158423-172

Cost-benefit analysis of AR-V7 testing in patients (Pts) with metastatic castration resistant prostate cancer (mCRPC) eligible for abiraterone (Abi) or enzalutamide (Enza).

Category: 
Genitourinary Cancer
Session Type and Session Title: 
Poster Session A: Prostate Cancer
Abstract Number: 

283

Poster Board Number: 
Poster Session A Board #M10
Citation: 
J Clin Oncol 34, 2016 (suppl 2S; abstr 283)
Author(s): 
Mark Christopher Markowski, Kevin D. Frick, James R. Eshleman, Jun Luo, Emmanuel S. Antonarakis; The Sidney Kimmel Comprehensive Cancer Center at Johns Hopkins University, Baltimore, MD; Johns Hopkins University Bloomberg School of Public Health, Baltimore, MD; Johns Hopkins University School of Medicine, Baltimore, MD; The James Buchanan Brady Urological Institute, The Johns Hopkins Hospital, Baltimore, MD

Abstract Disclosures

Abstract:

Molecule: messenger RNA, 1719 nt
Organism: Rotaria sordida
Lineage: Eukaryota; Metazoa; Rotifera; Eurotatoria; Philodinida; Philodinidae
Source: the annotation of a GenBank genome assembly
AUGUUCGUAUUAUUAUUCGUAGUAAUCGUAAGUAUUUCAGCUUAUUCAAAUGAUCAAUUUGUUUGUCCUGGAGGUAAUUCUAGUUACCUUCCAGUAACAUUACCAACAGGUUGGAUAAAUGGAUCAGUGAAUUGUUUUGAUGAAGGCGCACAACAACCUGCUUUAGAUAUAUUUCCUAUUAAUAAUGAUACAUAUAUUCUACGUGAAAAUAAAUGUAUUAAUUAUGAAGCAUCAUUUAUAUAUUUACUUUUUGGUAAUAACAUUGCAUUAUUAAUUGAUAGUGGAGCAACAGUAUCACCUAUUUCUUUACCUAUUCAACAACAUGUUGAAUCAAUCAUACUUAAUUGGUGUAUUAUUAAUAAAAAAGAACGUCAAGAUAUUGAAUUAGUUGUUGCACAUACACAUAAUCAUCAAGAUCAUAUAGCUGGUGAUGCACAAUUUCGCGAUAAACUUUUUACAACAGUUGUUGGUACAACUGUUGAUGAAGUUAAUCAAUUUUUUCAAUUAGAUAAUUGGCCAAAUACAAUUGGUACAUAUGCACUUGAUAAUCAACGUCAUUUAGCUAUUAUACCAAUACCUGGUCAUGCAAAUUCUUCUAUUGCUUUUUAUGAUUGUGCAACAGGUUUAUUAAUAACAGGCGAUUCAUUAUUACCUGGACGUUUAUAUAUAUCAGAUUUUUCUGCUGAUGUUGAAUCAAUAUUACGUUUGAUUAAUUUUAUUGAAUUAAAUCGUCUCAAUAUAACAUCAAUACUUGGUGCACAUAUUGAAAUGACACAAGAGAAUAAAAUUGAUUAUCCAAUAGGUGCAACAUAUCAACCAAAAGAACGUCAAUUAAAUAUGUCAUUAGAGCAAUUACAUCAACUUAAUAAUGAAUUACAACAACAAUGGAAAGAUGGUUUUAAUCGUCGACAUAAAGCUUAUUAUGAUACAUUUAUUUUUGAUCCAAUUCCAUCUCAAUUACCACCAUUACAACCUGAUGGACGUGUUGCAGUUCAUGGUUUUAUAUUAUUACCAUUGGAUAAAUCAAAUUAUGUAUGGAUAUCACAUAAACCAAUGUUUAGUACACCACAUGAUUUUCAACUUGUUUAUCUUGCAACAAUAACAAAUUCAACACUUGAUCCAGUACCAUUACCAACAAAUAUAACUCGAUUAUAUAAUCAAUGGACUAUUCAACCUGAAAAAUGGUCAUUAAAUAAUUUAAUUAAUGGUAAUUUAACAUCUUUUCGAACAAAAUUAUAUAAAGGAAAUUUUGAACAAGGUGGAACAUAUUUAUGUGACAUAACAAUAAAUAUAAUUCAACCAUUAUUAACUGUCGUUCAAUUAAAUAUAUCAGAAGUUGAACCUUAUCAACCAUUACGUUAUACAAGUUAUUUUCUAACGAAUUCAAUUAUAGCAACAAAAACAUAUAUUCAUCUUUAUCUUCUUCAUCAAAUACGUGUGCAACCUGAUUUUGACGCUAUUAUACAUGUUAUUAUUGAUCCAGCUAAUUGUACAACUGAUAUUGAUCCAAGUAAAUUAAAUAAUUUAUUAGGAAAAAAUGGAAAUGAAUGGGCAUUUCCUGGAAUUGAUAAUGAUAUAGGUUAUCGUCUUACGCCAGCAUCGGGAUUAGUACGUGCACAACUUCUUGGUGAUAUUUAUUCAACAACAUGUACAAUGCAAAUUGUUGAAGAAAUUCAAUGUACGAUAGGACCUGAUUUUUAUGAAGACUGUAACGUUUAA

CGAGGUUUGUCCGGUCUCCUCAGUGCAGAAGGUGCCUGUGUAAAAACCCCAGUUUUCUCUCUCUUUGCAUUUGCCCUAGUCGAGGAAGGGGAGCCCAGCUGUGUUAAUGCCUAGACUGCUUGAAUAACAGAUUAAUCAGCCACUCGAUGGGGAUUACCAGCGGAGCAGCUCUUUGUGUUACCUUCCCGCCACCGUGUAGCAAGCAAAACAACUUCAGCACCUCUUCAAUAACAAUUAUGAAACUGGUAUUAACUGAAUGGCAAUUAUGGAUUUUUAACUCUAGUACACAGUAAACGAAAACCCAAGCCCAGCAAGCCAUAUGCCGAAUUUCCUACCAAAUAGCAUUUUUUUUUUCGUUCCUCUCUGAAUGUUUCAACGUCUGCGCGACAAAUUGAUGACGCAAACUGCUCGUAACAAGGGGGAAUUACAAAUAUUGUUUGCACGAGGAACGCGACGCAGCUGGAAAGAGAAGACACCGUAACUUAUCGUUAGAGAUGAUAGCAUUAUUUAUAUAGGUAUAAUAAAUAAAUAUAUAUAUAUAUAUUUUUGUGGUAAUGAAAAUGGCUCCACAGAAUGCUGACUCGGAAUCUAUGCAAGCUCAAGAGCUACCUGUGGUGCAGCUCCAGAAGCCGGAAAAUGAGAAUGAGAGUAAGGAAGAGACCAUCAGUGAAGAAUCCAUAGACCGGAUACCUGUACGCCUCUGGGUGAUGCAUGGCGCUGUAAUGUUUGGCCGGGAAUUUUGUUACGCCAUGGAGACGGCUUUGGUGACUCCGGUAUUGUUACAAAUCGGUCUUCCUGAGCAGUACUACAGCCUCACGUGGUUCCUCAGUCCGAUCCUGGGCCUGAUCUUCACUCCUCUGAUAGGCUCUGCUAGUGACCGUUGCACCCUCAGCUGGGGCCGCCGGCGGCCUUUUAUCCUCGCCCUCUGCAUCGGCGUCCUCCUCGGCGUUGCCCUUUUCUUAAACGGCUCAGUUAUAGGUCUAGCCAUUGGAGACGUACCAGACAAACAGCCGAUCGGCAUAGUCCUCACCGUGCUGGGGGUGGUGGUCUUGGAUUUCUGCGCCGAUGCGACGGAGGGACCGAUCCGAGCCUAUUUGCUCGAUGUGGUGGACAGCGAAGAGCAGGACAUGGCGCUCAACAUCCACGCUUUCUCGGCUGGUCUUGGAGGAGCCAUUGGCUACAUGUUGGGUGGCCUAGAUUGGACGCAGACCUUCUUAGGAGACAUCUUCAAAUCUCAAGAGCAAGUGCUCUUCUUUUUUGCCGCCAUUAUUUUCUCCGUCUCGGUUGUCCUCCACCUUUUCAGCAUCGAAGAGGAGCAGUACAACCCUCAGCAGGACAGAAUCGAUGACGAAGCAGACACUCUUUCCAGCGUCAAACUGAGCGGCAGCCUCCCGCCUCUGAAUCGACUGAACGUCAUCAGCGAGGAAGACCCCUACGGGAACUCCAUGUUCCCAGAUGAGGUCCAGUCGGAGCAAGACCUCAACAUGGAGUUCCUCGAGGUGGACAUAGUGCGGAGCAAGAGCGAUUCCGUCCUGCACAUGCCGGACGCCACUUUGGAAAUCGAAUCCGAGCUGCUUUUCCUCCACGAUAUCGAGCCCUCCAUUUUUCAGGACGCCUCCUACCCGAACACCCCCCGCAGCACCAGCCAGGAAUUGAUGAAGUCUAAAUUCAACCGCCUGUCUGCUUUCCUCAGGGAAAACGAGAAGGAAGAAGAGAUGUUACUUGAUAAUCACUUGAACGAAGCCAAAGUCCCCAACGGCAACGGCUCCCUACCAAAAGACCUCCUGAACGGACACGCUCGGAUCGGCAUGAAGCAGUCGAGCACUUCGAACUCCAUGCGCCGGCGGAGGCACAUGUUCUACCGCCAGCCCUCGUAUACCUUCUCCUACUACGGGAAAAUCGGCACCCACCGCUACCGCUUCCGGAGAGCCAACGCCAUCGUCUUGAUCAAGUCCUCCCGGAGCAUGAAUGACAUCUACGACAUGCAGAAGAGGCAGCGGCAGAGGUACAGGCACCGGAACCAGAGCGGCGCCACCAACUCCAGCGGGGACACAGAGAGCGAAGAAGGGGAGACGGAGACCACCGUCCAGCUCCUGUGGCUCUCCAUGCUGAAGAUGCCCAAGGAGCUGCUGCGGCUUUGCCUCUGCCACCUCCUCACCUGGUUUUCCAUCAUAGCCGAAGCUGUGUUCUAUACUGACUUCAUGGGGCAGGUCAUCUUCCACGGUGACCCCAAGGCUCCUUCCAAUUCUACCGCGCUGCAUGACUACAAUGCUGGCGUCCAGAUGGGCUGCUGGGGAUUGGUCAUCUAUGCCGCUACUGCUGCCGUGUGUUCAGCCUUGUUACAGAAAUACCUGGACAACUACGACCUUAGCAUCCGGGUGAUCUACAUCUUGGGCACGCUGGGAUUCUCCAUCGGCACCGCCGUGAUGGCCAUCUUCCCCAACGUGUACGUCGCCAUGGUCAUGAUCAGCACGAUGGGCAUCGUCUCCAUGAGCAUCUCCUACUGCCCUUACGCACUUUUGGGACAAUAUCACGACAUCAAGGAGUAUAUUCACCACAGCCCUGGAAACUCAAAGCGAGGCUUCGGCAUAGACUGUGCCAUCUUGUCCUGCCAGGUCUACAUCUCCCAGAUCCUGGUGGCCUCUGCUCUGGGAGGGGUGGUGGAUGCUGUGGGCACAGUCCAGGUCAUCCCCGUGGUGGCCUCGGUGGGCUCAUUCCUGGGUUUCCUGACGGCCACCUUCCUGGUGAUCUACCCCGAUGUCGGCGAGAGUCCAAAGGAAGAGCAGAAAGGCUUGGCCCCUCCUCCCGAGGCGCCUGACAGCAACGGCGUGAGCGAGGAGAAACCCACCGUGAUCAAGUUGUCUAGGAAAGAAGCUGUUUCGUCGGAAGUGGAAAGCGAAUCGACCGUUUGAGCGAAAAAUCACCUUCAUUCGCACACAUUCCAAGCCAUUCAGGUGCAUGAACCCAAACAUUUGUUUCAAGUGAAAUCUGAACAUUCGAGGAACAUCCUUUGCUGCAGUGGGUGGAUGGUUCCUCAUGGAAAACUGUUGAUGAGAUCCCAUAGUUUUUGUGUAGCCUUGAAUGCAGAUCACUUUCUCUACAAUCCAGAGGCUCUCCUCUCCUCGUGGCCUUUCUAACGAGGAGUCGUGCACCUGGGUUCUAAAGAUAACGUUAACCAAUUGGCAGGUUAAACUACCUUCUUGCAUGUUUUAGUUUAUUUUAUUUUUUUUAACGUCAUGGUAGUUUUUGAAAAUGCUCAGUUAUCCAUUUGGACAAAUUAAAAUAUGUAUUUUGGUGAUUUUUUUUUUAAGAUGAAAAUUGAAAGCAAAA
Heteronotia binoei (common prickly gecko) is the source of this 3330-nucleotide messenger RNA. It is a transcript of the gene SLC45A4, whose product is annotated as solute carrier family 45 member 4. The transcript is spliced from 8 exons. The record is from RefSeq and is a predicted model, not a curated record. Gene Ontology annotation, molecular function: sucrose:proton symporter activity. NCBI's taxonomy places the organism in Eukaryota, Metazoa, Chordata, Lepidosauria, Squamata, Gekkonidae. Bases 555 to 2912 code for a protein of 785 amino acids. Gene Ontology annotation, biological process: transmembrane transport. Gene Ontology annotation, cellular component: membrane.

Background: The rising cost of oncology care in the US is an ongoing societal challenge, and identifying biomarkers that inform clinical decisions and reduce the use of ineffective therapies remains elusive. A splice variant of the androgen receptor, AR-V7, was found to confer resistance to Abi and Enza in men with mCRPC, but did not negatively affect responses to taxanes, suggesting that early use of chemotherapy may be a more effective option for AR-V7(+) pts. With the recent development of a CLIA-certified clinical assay for AR-V7 at Johns Hopkins, we hypothesized that AR-V7 testing in mCRPC pts may result in cost savings by avoiding futile treatment with Abi/Enza in men with AR-V7(+) disease. Methods: We calculated the cost savings of performing AR-V7 testing in mCRPC pts prior to starting Abi/Enza (and avoiding these drugs in AR-V7(+) men) versus treating all mCRPC pts with Abi/Enza (without use of the biomarker). We have set the cost of the AR-V7 assay at $1000. The cost of 3 months of Abi/Enza (the minimum time it would take to determine resistance, clinically) was approximated at $20,000. We estimated that 30,000 mCRPC pts per year are eligible for Abi/Enza in the US. Results: In our prior studies, about 30% of mCRPC pts previously treated with Abi/Enza had detectable AR-V7 in CTCs. Assuming an AR-V7 prevalence of 30%, about 9,000 AR-V7(+) mCRPC pts per year would receive ineffective treatment with Abi/Enza, at an estimated cost of $180 Million. The upfront cost of testing all mCRPC pts who are Abi/Enza-eligible for AR-V7 is $30 Million, resulting in a net cost savings of $150 Million. When performing a continuous cost-benefit analysis after assuming other prevalences of AR-V7 (ranging from 4% to 50%) and a range of costs for Abi/Enza ($2000 to $24,000 per 3 months), we determined that AR-V7 testing would result in a cost savings as long as the prevalence of AR-V7 is > 5% (if the cost of 3 months of Abi/Enza remains at $20,000). Conclusions: AR-V7 testing in mCRPC pts (at $1000/test) is cost-beneficial when considering the current price of Abi/Enza, and may reduce the ineffective use of Abi/Enza leading to a net cost savings to the healthcare system.